Since early childhood I have been painting and drawing. Art has been an integral part of my family. My father Theo Strutz is a passionate professional artist. Most of my works are water color paintings. Additionally, I showcase other techniques used, such as oil painting (only one though), drawings, linocuts, etching and graphical design.
From early childhood on, I learned the art of water color painting in front of the object. It is a wonderful way to travel quite different from rapid shooting of photos. The object of the painting and angle need to be well chosen. Then some time is needed to have full concentration on the object.
Whilst sitting in front of the object of my studies, concentration on the object is obviously necessary -- the forms and colors need to be grasped with the eye, the perspective and proportions correctly estimated, and everything should be brought on the paper.
After a while of sitting, most of the surrounding is unconsciously absorbed and brought as impression on the paper. The more one succeeds to do that without measuring forms and colors mechanically, the more impressionistic the painting will be.
Watercolor as a technique is very powerful for the expression of light -- the early morning light, the strong light when the sun is standing high, the mild afternoon light, or even the evening light. One becomes very conscious of something simple as the color of the sky -- no clouds, obviously a blue, but which blue? And then colors depend so much on the intensity of the sun and the angle of the sun to the object. The colors are so much different in a view facing the sun from a view with the sun in the back.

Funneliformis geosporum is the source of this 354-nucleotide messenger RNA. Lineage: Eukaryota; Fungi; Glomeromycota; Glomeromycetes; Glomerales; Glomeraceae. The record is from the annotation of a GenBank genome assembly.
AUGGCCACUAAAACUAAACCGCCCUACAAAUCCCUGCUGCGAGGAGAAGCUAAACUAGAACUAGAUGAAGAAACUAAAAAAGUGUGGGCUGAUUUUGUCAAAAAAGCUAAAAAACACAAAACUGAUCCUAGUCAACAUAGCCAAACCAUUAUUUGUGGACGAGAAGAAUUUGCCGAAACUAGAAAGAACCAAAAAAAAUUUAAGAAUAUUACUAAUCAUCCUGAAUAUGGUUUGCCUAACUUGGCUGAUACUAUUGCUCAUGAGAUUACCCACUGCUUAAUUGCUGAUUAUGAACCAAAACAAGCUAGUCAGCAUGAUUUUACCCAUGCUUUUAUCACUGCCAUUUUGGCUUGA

After having sat at one spot, I so often noticed the time only after one or two hours when the body began hurting for the lack of movement. Obviously I got completely absorbed into the painting; all thoughts not related to the painting must have faded. Concentration will be replaced by some almost unconscious movement of the brush on the paper, almost without thinking. Sitting, only sitting without chasing thoughts, this is like Zen.
Sometimes my Aikido master and Zen priest Shimamoto Shihan described an Aikido technique where one pins down the practice partner by just sitting straight into his/her arms: “sitting, only sitting, that must be Zen.” In this sense I thought about water color painting. If one does impressionist paintings in nature, if one paints without judgment, if one looses oneself in the colors, then one looses the preoccupation with oneself during painting as during Zen. One merges into the quietness of the moment in time and space and experiences unconsciously to be part of the whole world.
I am very thankful to my father, Theo Strutz, a passionate professional artist, from whom I have been learning and I am still learning about the beauty of arts and the technique of paintings since my early childhood. Since then, I had many occasions to work side by side or next to my father, learning the art of water color painting first hand from a master. I remember painting in the dunes of Denmark as a kid, in the lavender fields of Provence or in the middle of temple ruins in Greece.
I am also thankful to my sister, Maria, and my sister in law, Hildegard, who are also active as artists. Please visit their respective web sites and their actual exhibitions (in real space). When Maria, my sister, visited me in Japan in 2005, it motivated me after a long time to take up the brush and do water color paintings again. We were sitting together in front of the Saikouji Temple during the cherry blossom season, feeling the magic of this very short time when all Japan is covered in white and pink.
Since early summer of 2005, I joined my parents on several trips where I painted again side by side with my father. It gives me the feeling of sharing wonderful moments and doing something passionate together.